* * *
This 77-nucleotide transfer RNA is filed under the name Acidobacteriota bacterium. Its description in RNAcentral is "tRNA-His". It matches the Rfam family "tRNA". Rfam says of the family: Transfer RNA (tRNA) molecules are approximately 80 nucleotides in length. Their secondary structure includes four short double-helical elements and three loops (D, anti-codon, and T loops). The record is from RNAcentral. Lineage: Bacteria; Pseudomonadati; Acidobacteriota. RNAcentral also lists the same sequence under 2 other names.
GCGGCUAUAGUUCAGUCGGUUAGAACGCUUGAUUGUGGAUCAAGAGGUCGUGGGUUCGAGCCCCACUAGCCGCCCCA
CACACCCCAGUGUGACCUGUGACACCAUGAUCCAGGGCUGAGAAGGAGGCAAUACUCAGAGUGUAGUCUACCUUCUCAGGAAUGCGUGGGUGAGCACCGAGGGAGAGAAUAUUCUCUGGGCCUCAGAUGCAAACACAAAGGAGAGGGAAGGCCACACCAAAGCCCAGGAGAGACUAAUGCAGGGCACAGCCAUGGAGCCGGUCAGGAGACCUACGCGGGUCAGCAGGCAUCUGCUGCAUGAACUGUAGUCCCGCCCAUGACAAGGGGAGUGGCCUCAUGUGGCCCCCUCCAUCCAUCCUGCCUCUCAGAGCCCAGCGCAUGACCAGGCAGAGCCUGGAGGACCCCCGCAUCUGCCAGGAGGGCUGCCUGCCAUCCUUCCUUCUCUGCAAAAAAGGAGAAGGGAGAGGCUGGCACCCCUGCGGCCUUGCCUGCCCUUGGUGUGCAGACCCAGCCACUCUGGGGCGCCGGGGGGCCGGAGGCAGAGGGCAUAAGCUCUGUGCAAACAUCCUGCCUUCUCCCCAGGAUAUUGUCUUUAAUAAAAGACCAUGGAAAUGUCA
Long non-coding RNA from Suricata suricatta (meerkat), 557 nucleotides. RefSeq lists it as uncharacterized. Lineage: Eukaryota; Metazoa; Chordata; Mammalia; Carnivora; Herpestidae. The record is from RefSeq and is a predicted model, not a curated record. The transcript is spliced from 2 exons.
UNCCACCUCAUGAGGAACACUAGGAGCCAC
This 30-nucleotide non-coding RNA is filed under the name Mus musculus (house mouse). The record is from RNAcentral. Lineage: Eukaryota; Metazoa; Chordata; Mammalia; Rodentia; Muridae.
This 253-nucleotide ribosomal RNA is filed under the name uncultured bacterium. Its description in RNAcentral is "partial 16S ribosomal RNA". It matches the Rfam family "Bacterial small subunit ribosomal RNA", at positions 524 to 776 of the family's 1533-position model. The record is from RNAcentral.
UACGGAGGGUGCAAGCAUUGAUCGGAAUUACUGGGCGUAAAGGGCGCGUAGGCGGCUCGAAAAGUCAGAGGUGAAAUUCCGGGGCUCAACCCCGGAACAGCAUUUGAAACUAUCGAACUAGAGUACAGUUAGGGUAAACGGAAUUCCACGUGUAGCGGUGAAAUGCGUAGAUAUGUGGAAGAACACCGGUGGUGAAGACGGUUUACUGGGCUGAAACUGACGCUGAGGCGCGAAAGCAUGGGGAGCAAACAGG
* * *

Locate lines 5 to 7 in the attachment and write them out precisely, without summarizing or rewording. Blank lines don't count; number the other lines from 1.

UNCCACCUCAUGAGGAACACUAGGAGCCAC
This 30-nucleotide non-coding RNA is filed under the name Mus musculus (house mouse). The record is from RNAcentral. Lineage: Eukaryota; Metazoa; Chordata; Mammalia; Rodentia; Muridae.
This 253-nucleotide ribosomal RNA is filed under the name uncultured bacterium. Its description in RNAcentral is "partial 16S ribosomal RNA". It matches the Rfam family "Bacterial small subunit ribosomal RNA", at positions 524 to 776 of the family's 1533-position model. The record is from RNAcentral.